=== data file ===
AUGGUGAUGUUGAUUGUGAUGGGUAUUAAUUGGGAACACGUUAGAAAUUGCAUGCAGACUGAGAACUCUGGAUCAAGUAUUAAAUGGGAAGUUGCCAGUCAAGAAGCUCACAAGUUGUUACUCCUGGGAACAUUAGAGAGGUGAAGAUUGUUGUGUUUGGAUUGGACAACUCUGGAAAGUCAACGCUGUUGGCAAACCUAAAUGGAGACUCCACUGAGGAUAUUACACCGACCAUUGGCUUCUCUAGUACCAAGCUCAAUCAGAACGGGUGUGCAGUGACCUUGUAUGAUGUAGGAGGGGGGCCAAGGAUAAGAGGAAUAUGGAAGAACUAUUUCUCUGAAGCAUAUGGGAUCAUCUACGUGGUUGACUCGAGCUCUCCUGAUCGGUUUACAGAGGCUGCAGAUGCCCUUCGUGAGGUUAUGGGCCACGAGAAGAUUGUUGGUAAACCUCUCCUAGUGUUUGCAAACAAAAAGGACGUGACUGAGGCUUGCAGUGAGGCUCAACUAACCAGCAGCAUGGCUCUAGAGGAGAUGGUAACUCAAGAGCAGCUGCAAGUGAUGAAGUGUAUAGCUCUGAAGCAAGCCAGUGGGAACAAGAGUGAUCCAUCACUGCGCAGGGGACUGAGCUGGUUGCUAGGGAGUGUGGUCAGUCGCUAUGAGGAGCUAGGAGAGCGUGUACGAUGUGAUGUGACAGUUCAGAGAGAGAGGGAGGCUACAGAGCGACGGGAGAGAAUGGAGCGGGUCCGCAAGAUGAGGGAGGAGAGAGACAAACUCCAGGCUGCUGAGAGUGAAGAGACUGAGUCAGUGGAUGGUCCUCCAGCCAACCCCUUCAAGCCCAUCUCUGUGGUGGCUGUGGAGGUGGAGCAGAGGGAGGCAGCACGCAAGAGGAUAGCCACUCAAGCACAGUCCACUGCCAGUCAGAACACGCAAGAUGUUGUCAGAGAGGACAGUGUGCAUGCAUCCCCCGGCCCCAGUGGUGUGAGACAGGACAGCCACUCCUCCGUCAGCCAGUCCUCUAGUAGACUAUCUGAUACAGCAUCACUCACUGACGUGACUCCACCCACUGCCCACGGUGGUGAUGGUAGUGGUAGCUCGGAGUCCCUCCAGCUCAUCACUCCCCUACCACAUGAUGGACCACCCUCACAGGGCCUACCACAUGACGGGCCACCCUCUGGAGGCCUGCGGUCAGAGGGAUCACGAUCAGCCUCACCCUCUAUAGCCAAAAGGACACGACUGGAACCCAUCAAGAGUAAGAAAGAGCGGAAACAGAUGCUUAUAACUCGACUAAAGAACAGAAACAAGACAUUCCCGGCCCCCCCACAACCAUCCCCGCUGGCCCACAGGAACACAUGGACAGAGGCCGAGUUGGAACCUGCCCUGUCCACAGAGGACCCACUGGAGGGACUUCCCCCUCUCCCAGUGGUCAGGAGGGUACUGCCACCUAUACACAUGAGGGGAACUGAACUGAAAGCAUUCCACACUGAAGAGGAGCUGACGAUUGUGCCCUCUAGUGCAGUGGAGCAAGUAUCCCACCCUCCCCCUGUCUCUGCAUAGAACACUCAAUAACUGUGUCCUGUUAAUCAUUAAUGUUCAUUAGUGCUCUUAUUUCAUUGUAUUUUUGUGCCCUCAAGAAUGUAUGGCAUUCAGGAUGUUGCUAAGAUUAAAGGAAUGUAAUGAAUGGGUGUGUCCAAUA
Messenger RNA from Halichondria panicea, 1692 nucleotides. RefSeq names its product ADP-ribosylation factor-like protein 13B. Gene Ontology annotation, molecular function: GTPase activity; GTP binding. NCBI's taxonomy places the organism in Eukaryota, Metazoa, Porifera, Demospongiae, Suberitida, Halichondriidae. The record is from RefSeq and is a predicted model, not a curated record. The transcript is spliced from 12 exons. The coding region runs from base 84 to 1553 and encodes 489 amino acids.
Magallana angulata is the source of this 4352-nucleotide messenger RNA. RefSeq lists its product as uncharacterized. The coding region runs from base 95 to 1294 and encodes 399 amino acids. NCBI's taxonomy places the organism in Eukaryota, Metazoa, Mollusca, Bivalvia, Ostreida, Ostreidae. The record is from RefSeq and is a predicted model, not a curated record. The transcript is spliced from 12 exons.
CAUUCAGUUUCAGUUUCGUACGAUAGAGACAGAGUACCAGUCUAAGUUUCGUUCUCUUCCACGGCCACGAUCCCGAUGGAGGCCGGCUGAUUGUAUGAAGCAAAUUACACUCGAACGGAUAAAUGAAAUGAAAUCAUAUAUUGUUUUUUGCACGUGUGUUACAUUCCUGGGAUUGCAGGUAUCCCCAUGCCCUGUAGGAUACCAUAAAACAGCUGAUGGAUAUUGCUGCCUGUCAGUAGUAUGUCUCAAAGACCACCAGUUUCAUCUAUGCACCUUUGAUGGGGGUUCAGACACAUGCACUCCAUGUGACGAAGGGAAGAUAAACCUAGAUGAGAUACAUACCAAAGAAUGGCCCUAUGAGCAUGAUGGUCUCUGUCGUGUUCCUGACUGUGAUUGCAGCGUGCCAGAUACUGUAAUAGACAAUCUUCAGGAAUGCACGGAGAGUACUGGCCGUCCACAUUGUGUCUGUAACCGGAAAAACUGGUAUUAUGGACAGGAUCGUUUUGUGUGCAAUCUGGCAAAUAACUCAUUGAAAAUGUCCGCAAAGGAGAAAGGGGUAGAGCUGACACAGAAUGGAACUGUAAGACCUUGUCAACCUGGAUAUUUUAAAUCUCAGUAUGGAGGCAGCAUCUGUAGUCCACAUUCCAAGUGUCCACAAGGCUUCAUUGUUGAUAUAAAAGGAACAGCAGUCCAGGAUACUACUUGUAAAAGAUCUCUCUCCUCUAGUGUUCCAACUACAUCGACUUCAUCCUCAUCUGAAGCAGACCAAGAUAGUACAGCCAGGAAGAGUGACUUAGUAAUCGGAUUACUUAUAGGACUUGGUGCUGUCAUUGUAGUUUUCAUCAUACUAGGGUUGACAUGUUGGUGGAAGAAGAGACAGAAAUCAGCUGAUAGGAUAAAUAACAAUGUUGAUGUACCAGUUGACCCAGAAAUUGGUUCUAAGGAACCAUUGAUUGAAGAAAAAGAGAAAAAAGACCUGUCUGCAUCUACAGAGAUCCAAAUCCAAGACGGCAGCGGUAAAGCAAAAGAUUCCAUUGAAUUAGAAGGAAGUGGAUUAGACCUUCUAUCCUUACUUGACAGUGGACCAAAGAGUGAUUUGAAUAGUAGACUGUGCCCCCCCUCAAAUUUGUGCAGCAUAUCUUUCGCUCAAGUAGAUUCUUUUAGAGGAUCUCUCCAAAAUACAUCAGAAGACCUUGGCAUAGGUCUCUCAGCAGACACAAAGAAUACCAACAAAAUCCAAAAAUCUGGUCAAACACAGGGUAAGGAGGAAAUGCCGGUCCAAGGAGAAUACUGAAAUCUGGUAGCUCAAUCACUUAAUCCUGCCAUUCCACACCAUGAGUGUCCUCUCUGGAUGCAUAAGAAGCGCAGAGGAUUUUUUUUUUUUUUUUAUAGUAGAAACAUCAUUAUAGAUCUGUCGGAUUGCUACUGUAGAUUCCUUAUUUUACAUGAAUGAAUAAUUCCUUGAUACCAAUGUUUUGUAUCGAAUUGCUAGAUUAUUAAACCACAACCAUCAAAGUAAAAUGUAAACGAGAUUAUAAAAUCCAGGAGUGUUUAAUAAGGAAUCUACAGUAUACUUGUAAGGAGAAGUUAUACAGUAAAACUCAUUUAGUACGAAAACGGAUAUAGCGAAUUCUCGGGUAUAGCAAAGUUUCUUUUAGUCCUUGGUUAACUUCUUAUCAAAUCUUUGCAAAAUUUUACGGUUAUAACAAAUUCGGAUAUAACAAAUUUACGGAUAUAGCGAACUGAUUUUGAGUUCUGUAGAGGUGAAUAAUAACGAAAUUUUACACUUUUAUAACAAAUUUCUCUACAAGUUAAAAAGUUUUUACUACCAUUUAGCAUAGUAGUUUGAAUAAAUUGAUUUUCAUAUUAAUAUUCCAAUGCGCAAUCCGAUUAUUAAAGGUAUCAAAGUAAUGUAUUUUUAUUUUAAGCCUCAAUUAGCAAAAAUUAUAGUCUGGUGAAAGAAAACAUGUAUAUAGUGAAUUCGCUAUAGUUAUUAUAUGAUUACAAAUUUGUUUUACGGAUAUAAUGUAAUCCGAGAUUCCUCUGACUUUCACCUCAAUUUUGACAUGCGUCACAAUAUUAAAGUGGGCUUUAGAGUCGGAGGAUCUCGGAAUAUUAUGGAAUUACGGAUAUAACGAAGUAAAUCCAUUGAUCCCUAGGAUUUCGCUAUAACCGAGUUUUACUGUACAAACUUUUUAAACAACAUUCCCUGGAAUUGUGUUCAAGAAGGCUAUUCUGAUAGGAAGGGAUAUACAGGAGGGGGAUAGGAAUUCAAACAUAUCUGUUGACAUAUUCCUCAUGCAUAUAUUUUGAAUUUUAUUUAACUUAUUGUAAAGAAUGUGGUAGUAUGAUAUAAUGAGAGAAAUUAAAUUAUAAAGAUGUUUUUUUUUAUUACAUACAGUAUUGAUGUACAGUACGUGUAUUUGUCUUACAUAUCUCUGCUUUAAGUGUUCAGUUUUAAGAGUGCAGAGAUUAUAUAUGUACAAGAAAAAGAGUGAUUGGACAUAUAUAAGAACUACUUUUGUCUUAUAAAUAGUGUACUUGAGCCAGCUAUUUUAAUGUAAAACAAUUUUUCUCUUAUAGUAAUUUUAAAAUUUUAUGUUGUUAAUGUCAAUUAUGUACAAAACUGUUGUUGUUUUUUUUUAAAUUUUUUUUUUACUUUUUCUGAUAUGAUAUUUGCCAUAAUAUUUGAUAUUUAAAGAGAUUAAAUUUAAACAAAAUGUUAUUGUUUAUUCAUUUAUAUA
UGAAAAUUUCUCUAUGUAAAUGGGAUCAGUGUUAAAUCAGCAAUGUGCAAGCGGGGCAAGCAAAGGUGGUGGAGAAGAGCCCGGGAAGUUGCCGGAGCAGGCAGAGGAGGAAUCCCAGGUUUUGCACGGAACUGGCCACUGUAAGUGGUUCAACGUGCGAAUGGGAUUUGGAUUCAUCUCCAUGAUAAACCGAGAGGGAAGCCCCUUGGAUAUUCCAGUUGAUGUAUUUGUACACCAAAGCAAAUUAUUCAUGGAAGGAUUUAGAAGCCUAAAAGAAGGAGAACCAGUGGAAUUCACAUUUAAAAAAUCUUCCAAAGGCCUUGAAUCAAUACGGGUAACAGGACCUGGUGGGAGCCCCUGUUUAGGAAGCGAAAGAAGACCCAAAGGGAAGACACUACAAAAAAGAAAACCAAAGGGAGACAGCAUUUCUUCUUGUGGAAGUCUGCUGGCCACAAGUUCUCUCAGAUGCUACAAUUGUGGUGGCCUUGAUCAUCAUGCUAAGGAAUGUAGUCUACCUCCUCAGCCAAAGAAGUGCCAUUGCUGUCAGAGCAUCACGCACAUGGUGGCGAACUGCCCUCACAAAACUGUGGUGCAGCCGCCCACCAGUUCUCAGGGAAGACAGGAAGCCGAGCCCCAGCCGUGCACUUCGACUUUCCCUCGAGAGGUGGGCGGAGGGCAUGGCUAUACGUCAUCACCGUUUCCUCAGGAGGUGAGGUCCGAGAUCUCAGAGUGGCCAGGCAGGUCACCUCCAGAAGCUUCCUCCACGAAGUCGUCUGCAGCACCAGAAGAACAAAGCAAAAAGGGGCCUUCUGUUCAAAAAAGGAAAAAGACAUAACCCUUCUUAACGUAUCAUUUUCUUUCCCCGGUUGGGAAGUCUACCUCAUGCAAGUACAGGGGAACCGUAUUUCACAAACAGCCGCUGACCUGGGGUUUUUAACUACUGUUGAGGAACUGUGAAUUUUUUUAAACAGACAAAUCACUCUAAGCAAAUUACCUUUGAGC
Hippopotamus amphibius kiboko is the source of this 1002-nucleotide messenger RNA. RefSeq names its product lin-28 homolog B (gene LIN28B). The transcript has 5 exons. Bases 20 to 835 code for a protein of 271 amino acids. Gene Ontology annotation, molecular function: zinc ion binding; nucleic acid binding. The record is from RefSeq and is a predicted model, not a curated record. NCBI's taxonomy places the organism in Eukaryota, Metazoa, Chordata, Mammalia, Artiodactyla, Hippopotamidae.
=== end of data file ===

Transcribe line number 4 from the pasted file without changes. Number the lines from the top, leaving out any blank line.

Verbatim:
CAUUCAGUUUCAGUUUCGUACGAUAGAGACAGAGUACCAGUCUAAGUUUCGUUCUCUUCCACGGCCACGAUCCCGAUGGAGGCCGGCUGAUUGUAUGAAGCAAAUUACACUCGAACGGAUAAAUGAAAUGAAAUCAUAUAUUGUUUUUUGCACGUGUGUUACAUUCCUGGGAUUGCAGGUAUCCCCAUGCCCUGUAGGAUACCAUAAAACAGCUGAUGGAUAUUGCUGCCUGUCAGUAGUAUGUCUCAAAGACCACCAGUUUCAUCUAUGCACCUUUGAUGGGGGUUCAGACACAUGCACUCCAUGUGACGAAGGGAAGAUAAACCUAGAUGAGAUACAUACCAAAGAAUGGCCCUAUGAGCAUGAUGGUCUCUGUCGUGUUCCUGACUGUGAUUGCAGCGUGCCAGAUACUGUAAUAGACAAUCUUCAGGAAUGCACGGAGAGUACUGGCCGUCCACAUUGUGUCUGUAACCGGAAAAACUGGUAUUAUGGACAGGAUCGUUUUGUGUGCAAUCUGGCAAAUAACUCAUUGAAAAUGUCCGCAAAGGAGAAAGGGGUAGAGCUGACACAGAAUGGAACUGUAAGACCUUGUCAACCUGGAUAUUUUAAAUCUCAGUAUGGAGGCAGCAUCUGUAGUCCACAUUCCAAGUGUCCACAAGGCUUCAUUGUUGAUAUAAAAGGAACAGCAGUCCAGGAUACUACUUGUAAAAGAUCUCUCUCCUCUAGUGUUCCAACUACAUCGACUUCAUCCUCAUCUGAAGCAGACCAAGAUAGUACAGCCAGGAAGAGUGACUUAGUAAUCGGAUUACUUAUAGGACUUGGUGCUGUCAUUGUAGUUUUCAUCAUACUAGGGUUGACAUGUUGGUGGAAGAAGAGACAGAAAUCAGCUGAUAGGAUAAAUAACAAUGUUGAUGUACCAGUUGACCCAGAAAUUGGUUCUAAGGAACCAUUGAUUGAAGAAAAAGAGAAAAAAGACCUGUCUGCAUCUACAGAGAUCCAAAUCCAAGACGGCAGCGGUAAAGCAAAAGAUUCCAUUGAAUUAGAAGGAAGUGGAUUAGACCUUCUAUCCUUACUUGACAGUGGACCAAAGAGUGAUUUGAAUAGUAGACUGUGCCCCCCCUCAAAUUUGUGCAGCAUAUCUUUCGCUCAAGUAGAUUCUUUUAGAGGAUCUCUCCAAAAUACAUCAGAAGACCUUGGCAUAGGUCUCUCAGCAGACACAAAGAAUACCAACAAAAUCCAAAAAUCUGGUCAAACACAGGGUAAGGAGGAAAUGCCGGUCCAAGGAGAAUACUGAAAUCUGGUAGCUCAAUCACUUAAUCCUGCCAUUCCACACCAUGAGUGUCCUCUCUGGAUGCAUAAGAAGCGCAGAGGAUUUUUUUUUUUUUUUUAUAGUAGAAACAUCAUUAUAGAUCUGUCGGAUUGCUACUGUAGAUUCCUUAUUUUACAUGAAUGAAUAAUUCCUUGAUACCAAUGUUUUGUAUCGAAUUGCUAGAUUAUUAAACCACAACCAUCAAAGUAAAAUGUAAACGAGAUUAUAAAAUCCAGGAGUGUUUAAUAAGGAAUCUACAGUAUACUUGUAAGGAGAAGUUAUACAGUAAAACUCAUUUAGUACGAAAACGGAUAUAGCGAAUUCUCGGGUAUAGCAAAGUUUCUUUUAGUCCUUGGUUAACUUCUUAUCAAAUCUUUGCAAAAUUUUACGGUUAUAACAAAUUCGGAUAUAACAAAUUUACGGAUAUAGCGAACUGAUUUUGAGUUCUGUAGAGGUGAAUAAUAACGAAAUUUUACACUUUUAUAACAAAUUUCUCUACAAGUUAAAAAGUUUUUACUACCAUUUAGCAUAGUAGUUUGAAUAAAUUGAUUUUCAUAUUAAUAUUCCAAUGCGCAAUCCGAUUAUUAAAGGUAUCAAAGUAAUGUAUUUUUAUUUUAAGCCUCAAUUAGCAAAAAUUAUAGUCUGGUGAAAGAAAACAUGUAUAUAGUGAAUUCGCUAUAGUUAUUAUAUGAUUACAAAUUUGUUUUACGGAUAUAAUGUAAUCCGAGAUUCCUCUGACUUUCACCUCAAUUUUGACAUGCGUCACAAUAUUAAAGUGGGCUUUAGAGUCGGAGGAUCUCGGAAUAUUAUGGAAUUACGGAUAUAACGAAGUAAAUCCAUUGAUCCCUAGGAUUUCGCUAUAACCGAGUUUUACUGUACAAACUUUUUAAACAACAUUCCCUGGAAUUGUGUUCAAGAAGGCUAUUCUGAUAGGAAGGGAUAUACAGGAGGGGGAUAGGAAUUCAAACAUAUCUGUUGACAUAUUCCUCAUGCAUAUAUUUUGAAUUUUAUUUAACUUAUUGUAAAGAAUGUGGUAGUAUGAUAUAAUGAGAGAAAUUAAAUUAUAAAGAUGUUUUUUUUUAUUACAUACAGUAUUGAUGUACAGUACGUGUAUUUGUCUUACAUAUCUCUGCUUUAAGUGUUCAGUUUUAAGAGUGCAGAGAUUAUAUAUGUACAAGAAAAAGAGUGAUUGGACAUAUAUAAGAACUACUUUUGUCUUAUAAAUAGUGUACUUGAGCCAGCUAUUUUAAUGUAAAACAAUUUUUCUCUUAUAGUAAUUUUAAAAUUUUAUGUUGUUAAUGUCAAUUAUGUACAAAACUGUUGUUGUUUUUUUUUAAAUUUUUUUUUUACUUUUUCUGAUAUGAUAUUUGCCAUAAUAUUUGAUAUUUAAAGAGAUUAAAUUUAAACAAAAUGUUAUUGUUUAUUCAUUUAUAUA